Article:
For most of the world, the new Pokemon Sun and Moon trailer was a moment of much rejoicing. From the three cute new starter Pokemon to the Hawaiian setting and badass looking legendaries, the excitement around the games basically blew up immediately. After all, you’ve got a bow tie wearing owl and a fire breathing kitten, what’s not to love?
Well, the language changes apparently. Because Hong Kong’s Pokemon community did not particularly like the reveal, at least according to an interesting Reddit post by user GLaghima. Why?
Because the games are the first ever to get a Chinese release. As a result, they’ll have both Traditional Chinese and Simplified Chinese language settings. Mainland China will get the latter, and Hong Kong, Taiwan and Macau will get the former.
Above: The traditional Chinese versions of the Pokemon Sun and Moon logos.
But as the poster explains, Hong Kong and Taiwan speak different dialects of Chinese. For Hong Kong, it’s Catonese. For Taiwan, it’s Mandarin/Putonghua. This means Pokemon name translations in these dialects are different. Pikachu is 比卡超 in Cantonese, and 皮卡丘 in Mandarin.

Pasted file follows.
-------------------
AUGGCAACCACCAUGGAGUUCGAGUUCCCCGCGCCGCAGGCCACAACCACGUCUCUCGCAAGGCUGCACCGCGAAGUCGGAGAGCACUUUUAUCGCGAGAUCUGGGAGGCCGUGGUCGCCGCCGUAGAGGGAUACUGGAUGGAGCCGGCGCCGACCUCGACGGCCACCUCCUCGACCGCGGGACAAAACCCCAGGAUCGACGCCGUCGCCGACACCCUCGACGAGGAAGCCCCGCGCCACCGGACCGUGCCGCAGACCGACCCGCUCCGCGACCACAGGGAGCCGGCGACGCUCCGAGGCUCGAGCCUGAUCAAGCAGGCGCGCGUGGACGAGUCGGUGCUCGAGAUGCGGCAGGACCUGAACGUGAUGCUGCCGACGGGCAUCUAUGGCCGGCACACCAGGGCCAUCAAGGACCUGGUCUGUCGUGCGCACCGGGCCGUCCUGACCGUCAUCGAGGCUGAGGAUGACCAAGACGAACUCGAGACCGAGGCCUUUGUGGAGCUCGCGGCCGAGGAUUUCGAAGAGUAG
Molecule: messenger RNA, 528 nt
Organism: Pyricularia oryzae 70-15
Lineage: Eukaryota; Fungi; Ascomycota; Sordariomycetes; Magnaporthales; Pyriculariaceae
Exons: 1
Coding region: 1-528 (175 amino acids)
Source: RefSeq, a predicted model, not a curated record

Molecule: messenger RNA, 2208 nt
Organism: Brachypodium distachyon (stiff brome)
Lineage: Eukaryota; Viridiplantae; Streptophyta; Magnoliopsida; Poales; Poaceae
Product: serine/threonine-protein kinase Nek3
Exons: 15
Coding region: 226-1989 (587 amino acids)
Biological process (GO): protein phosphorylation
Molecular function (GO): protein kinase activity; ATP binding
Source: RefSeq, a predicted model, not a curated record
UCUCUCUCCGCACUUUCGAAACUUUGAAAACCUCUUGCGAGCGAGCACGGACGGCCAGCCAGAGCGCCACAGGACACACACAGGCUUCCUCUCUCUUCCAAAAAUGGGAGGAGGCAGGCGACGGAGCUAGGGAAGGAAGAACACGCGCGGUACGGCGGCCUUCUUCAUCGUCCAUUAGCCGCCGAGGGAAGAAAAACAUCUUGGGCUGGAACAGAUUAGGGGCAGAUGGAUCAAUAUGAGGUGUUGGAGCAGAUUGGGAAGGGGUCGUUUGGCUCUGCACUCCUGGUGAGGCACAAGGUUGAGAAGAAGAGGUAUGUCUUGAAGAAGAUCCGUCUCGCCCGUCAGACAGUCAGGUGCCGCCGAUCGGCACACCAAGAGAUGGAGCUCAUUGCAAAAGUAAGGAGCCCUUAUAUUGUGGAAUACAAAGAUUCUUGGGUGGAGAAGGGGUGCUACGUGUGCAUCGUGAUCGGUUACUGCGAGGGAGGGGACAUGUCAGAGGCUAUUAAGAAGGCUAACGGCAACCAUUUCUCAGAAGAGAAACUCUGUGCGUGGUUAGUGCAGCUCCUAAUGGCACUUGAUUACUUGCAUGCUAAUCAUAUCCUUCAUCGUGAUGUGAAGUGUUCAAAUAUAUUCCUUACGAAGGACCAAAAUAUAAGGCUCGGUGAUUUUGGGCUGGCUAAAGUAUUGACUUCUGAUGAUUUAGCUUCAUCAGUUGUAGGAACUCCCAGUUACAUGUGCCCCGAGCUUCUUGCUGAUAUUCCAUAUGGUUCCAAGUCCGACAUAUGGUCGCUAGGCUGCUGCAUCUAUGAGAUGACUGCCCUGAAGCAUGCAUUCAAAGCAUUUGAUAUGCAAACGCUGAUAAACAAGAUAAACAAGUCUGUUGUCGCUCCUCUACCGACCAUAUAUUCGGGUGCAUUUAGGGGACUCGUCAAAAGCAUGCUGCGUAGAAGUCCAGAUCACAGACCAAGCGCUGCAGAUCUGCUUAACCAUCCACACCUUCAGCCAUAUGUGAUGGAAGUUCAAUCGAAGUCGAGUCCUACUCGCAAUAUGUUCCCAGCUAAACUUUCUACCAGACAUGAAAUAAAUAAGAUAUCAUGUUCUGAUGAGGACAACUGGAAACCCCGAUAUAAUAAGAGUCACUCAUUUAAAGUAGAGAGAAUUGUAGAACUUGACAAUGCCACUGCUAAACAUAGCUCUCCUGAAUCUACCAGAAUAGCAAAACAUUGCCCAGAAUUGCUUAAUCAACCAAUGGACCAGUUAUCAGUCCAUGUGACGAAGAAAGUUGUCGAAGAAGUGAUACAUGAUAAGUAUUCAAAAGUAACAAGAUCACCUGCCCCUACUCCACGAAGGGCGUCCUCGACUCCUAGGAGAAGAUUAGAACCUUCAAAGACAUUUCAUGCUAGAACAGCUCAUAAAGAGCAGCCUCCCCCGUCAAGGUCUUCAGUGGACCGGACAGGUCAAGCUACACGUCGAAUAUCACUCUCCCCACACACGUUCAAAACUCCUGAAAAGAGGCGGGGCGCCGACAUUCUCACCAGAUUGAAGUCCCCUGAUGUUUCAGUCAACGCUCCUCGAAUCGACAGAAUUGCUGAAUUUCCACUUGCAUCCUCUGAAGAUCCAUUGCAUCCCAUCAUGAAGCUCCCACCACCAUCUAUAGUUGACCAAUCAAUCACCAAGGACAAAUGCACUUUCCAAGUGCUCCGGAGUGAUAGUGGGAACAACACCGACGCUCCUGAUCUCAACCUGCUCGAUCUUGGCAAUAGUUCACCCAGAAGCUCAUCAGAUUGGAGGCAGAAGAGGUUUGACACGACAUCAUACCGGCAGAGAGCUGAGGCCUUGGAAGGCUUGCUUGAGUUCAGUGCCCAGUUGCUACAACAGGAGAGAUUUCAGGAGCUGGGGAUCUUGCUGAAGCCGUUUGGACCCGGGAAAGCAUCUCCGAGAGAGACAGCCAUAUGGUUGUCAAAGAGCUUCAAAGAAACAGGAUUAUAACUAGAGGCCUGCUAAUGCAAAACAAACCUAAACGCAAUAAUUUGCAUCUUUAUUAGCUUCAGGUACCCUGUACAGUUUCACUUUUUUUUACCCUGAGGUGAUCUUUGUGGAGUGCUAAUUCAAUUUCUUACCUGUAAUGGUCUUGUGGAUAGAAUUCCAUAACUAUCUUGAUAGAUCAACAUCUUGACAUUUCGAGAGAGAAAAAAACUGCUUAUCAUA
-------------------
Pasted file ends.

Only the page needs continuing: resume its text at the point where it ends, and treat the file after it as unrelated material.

Above: How could the series mascot cause so much controversy?
Unfortunately for Pokemon fans in Hong Kong, Pikachu is being called 皮卡丘 in Pokemon Sun and Moon. That’s the Mandarin translation, whereas Pokemon media in Hong Kong have previously used the Cantonese ones. And given that said area got the games and anime first (and have used said translations for nearly 20 years)? Well, they’re not happy about it. I mean, imagine if suddenly, all Canadian versions of new Pokemon games used the European French translations and chucked everything you knew to the curb as a result. Or if the Pokemon Company decided to retranslate everything from Japanese again. People would be furious.
And that’s exactly how they feel in Hong Kong. Seems like Nintendo and the Pokemon Company made a bit of a translation mess up somewere along the line.
Either way, it’s an interesting controversy. Will it be fixed by the time the games come out? Maybe, maybe not. But it’s an interesting example of how non English translations can be screwed up just as badly as the English ones!